Practical Philosophy

Making plans but not following through

I have a problem. I am pretty well organised and I like to plan the future. It makes me feel organised. But sticking with the plan and following through with completing tasks is much more difficult.

Take for example, daily planning. Cal Newport’s Deep Work got me all excited to use daily plans. I would begin my day with a 20 minute planning session. At first, I did it, and it felt great. But after about a week, I stopped. Even though I planned my days in the morning, I would often deviate from the plan to do more rewarding and creative activities.

Funnily enough, I’ve recently discovered why.

Recently I’ve been taking the Discovery Personality course with Dr. Jordan B. Peterson. As a first step, we complete the Big 5 Aspects personality test. It’s apparently got a lot of empirical evidence behind it, so I took the results seriously.

What explained everything was my level of Conscientiousness. Conscientiousness is disposition towards our work and organisation. Having a high conscientiousness score is second biggest predictor of success, just behind IQ.

Now I’m moderate in Conscientiousness. But within that score are two sub-factors which explain my great ability to plan but unwillingness to follow through.

I am high in orderliness. This is my preference for keeping things well organised. But not in a Marie Condo kind of way… But a simple, usable way. I like clean designs, simple layouts.

I like things to be easily accessible and simple. This is true. I hate it when I have too many desktop icons, for example.

Jordan Peterson says the root cause of orderliness is our sensitivity to disgust. We want to keep the bad things (like pathogens) out. We do this by building walls, keeping things organised, protected and predictable. Interestingly, orderliness is a predictor of authoritarianism.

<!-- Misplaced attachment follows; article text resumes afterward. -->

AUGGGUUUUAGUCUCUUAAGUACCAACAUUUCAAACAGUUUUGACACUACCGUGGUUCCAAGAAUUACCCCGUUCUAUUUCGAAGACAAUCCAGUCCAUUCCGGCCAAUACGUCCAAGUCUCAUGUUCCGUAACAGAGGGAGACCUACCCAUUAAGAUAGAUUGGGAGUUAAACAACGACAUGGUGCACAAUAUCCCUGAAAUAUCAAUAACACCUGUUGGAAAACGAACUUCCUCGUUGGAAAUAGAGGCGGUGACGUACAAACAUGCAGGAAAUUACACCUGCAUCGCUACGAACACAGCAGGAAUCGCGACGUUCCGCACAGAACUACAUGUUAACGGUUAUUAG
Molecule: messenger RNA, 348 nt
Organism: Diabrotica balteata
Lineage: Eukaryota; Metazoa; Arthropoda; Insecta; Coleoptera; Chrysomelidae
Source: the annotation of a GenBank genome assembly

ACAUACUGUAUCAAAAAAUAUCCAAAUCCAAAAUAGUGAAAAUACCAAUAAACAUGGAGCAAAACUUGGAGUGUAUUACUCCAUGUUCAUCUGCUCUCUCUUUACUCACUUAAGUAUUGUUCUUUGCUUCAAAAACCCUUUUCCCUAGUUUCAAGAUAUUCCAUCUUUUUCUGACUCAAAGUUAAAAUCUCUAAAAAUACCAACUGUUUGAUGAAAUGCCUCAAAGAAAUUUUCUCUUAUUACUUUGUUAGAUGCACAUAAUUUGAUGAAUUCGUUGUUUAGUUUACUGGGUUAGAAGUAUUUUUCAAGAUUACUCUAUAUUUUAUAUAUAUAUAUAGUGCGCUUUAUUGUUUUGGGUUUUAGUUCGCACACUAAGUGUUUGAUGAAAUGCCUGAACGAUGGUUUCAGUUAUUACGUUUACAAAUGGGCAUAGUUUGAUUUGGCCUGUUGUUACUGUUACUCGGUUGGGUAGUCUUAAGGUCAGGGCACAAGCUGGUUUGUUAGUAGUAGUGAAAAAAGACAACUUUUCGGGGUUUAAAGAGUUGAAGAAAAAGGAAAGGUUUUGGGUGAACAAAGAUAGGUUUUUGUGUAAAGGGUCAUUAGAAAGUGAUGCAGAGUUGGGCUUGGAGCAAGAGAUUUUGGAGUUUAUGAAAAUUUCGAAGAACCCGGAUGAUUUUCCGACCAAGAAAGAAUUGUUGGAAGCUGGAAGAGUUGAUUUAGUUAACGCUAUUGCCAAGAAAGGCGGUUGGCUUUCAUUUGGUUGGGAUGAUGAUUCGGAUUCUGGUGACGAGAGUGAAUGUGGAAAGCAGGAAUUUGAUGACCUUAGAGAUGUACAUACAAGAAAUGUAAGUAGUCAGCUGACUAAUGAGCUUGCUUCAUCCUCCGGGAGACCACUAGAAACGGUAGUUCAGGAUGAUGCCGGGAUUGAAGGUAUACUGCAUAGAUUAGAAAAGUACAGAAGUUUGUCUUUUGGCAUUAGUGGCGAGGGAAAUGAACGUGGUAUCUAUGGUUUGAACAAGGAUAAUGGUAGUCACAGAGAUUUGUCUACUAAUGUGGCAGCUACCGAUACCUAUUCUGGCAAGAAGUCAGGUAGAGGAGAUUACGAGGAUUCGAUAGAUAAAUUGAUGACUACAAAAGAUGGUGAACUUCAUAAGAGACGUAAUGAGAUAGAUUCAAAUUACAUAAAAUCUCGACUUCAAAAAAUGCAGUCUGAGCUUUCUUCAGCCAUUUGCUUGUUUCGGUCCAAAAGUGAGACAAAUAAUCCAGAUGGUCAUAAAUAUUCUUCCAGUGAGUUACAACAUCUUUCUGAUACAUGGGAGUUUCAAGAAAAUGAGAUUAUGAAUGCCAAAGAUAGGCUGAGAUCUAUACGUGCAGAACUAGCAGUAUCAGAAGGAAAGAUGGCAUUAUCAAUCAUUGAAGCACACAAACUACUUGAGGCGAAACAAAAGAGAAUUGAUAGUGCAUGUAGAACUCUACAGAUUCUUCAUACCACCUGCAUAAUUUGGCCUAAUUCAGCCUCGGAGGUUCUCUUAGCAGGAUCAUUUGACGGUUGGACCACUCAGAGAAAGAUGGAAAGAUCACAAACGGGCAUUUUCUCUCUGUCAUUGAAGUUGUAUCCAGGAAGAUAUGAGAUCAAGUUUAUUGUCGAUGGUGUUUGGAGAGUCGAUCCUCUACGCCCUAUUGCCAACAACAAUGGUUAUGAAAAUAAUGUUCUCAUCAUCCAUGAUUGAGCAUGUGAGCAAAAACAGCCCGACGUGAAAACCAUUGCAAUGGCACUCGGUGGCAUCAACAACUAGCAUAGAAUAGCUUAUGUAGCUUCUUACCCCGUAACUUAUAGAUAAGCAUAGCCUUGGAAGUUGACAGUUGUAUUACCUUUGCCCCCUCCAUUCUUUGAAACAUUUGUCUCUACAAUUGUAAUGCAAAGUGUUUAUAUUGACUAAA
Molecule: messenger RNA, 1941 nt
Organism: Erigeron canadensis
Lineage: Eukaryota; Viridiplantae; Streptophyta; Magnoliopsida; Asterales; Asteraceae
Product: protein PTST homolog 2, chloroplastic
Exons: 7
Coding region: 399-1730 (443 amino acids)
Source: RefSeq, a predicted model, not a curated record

People high in orderliness are well suited to management positions. Unpredictability is scary. It’s chaos. It is the unknown. We like to keep chaos under control by articulating it into order. We like to explain the unknown – why did X client leave us? Can we systemise our work? Can we create a daily plan to optimise our productivity? Is there a framework to do this?

But just because you love organisation doesn’t necessarily mean you follow through with your plans. That requires industriousness.

Industriousness is the other sub-aspect of conscientiousness. It is the ability to execute on plans. The self-drive. The willpower. The tenacity of getting things done.

I’m in the 27th percentile when it comes to industriousness. In other words, out of 100 people, I am the 27th most industrious. No wonder I have a hard time getting things done.

People with low industriousness tend to fail in academia and business because they don’t put enough effort into their work. Tragically, people with a high IQ but low industriousness are typically recognised as under-achievers. High potential but without follow-through. Lost potential. Yikes.

The result of moderately-high orderliness and moderately-low industriousness is that while I like to plan and create goals, I often fail to follow through with them. It’s an odd combination.

So what am I to do? Luckily, somebody asked Dr. Jordan Peterson in this question at the end of the course.

To summarise his advice: Make your goals small enough to complete. This may be embarrassingly small, but it’s about making plans sure you are actually following through with your plan.

If my I cannot achieve my goal of “follow my daily plan”, then I should shrink the goal into “check my to-do list first thing in the morning”.

This idea of focusing on smaller, incremental gains, is also mentioned in ICanStudy, a course on learning how to learn efficiently. Focus on making 1% incremental gains each day. Over time, this will tally up and you will have made massive improvements.

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